Why an Interview,,,

Over the years we have been able to meet and talk with some very interesting people. They have shared with us their knowledge and have provided us with a great deal of insight as to how and why festivals and events work and why they are so important to our communities and to the Province of Ontario. With this in mind, we decided that we wanted you to meet and hear from some of the wonderful people who work so hard to provide us all with such wonderful Ontario Festivals and Events! We are pleased and proud to present "THE INSIDE SCOOP"!

Friday, July 29, 2022

Developing An Auction Dinner (Part One - Continued)

 I have had the privilege of attending and working with thousands of auction dinners throughout North America for over 20 years. Some had several thousand attendees, while others only had fifty or so. The articles that follow are meant to give an overview of how successful auction dinners are conceived, planned and managed.

For anyone who wants a complete "Developing An Auction Dinner" package, complete with working manuals, workbooks, sample forms and PowerPoint presentations, visit my Festival and Event Planning website.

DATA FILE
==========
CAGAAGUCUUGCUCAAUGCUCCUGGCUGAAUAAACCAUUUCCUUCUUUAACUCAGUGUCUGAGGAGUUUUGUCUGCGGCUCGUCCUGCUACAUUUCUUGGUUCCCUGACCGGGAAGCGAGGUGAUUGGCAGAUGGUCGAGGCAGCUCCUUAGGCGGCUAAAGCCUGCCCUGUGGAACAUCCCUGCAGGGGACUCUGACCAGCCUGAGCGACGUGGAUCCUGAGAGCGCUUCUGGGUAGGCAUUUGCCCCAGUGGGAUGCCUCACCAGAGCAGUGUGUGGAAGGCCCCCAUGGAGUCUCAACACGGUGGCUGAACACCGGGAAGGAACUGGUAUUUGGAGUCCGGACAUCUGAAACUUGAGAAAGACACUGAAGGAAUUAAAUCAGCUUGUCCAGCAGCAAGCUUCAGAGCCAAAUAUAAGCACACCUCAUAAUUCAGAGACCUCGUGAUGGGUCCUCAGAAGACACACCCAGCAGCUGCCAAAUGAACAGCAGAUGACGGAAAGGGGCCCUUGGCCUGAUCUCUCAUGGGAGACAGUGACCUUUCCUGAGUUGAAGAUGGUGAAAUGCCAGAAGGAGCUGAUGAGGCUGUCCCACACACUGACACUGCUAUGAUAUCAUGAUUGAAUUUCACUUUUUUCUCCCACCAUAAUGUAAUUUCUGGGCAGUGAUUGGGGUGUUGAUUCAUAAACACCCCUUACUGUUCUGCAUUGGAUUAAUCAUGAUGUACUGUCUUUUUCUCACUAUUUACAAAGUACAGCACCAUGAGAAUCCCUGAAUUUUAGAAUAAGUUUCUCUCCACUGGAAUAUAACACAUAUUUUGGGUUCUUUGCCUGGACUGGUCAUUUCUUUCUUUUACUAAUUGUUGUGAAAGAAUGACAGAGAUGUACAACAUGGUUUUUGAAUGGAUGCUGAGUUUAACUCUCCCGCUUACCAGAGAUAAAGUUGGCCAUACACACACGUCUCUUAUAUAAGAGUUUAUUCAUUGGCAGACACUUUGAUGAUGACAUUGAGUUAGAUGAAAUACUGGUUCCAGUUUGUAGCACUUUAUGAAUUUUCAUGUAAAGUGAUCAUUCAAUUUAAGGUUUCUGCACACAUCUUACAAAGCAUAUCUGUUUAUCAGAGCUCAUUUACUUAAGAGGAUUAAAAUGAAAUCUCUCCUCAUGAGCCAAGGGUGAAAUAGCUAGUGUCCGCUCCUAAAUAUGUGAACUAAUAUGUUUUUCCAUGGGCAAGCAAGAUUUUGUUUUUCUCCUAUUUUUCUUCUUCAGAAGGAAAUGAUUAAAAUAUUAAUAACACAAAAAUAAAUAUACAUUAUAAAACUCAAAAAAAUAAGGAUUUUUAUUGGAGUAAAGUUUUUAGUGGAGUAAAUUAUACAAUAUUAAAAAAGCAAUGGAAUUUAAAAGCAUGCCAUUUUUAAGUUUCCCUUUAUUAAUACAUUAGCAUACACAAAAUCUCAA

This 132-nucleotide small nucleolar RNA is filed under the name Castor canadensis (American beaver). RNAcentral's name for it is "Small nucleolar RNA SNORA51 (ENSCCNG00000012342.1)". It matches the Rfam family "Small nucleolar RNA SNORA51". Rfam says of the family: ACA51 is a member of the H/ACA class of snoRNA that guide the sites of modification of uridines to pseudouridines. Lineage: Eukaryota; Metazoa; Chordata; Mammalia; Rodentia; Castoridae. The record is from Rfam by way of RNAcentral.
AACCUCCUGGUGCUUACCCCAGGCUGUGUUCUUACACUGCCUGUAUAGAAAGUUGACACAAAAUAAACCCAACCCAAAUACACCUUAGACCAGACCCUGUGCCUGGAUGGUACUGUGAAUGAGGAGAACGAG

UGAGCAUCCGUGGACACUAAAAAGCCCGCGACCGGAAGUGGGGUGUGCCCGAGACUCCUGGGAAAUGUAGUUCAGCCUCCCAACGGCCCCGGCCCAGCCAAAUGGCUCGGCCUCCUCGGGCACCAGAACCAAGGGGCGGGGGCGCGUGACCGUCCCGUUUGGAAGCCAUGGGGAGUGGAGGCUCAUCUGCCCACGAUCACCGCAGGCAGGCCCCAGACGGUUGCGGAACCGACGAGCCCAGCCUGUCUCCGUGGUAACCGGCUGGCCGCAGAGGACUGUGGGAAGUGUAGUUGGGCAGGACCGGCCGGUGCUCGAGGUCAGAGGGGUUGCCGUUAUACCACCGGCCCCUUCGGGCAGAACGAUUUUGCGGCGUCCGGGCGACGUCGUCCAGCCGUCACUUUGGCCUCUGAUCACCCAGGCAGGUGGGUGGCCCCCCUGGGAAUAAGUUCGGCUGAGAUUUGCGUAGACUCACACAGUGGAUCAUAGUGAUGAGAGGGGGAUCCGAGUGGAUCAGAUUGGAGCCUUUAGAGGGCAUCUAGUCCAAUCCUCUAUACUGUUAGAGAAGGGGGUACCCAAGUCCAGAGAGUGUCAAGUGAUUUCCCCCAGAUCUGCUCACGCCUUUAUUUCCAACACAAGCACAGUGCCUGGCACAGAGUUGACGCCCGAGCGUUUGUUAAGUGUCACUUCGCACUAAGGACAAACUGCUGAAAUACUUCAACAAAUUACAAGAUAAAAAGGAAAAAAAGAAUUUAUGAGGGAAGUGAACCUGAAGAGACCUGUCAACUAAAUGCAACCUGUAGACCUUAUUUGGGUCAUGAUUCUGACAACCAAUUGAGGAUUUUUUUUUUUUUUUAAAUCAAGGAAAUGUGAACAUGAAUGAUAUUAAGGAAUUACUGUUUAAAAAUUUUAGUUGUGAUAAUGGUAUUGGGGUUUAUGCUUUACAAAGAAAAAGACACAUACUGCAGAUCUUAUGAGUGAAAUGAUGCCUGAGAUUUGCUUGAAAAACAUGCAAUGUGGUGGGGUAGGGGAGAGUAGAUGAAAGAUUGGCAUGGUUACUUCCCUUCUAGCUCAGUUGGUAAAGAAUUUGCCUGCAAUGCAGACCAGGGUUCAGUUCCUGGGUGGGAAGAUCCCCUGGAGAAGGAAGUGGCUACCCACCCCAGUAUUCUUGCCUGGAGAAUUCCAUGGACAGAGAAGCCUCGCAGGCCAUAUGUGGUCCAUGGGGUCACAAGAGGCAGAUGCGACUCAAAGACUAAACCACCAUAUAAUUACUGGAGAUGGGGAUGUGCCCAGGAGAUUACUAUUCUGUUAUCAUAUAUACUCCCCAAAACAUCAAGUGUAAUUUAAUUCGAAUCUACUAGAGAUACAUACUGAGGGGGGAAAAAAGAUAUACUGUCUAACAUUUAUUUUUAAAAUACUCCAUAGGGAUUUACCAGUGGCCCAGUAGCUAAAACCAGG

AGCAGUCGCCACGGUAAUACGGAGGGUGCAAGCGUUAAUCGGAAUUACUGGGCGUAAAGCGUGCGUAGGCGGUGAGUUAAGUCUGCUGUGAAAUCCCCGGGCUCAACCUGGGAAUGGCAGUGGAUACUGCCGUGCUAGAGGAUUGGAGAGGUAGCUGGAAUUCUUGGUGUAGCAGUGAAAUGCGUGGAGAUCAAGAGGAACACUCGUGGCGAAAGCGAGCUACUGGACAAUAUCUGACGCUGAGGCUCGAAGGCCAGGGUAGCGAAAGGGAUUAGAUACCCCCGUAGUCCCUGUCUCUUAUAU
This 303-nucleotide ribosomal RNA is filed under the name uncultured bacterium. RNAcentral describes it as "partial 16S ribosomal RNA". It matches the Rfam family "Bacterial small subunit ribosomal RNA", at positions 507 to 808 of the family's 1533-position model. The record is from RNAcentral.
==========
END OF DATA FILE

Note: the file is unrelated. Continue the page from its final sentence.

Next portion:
Event Development

17. Silent Auction and Bid Sheets

We have mentioned silent auction bid sheets previously. Now we want to address the sheets specifically. To hold a successful silent auction, you must prepare acceptable, user-friendly bid sheets. The key is to make your instructions clear and concise, plus they should indicate what the minimum bid is and what the incremental bids must be. Here are a few more thoughts about bid sheets and you silent auction. The bid sheet could include the actual value of the item being sold. This can be good and bad. Good, because it gives the bidder an idea of the value he/she is bidding on. Bad, because it could limit the bidders from going over the value of the item. Putting the value on the bid sheet is strictly a judgment call by your committee. Bid sheets should not be pulled all at once. They should be pulled (secretly) by one person and he/she should be the only one to determine which sheets are to be pulled and when. If volunteers are bidding and know the pulling sequence, then attendees may become upset and not bid on any of your auction items (silent and live). Finally, whoever is pulling the sheets should develop a system to determine which items are being actively bid on and which have stalled. The items that have stalled should be pulled first, with one exception. The first item pulled should be a real bargain. This will cause the bidders to keep on top of the items they are bidding which, in turn, should increase the amounts bid. It is important for the Master of Ceremonies to keep up the bidding interest in the silent auction items.

(To be continued)

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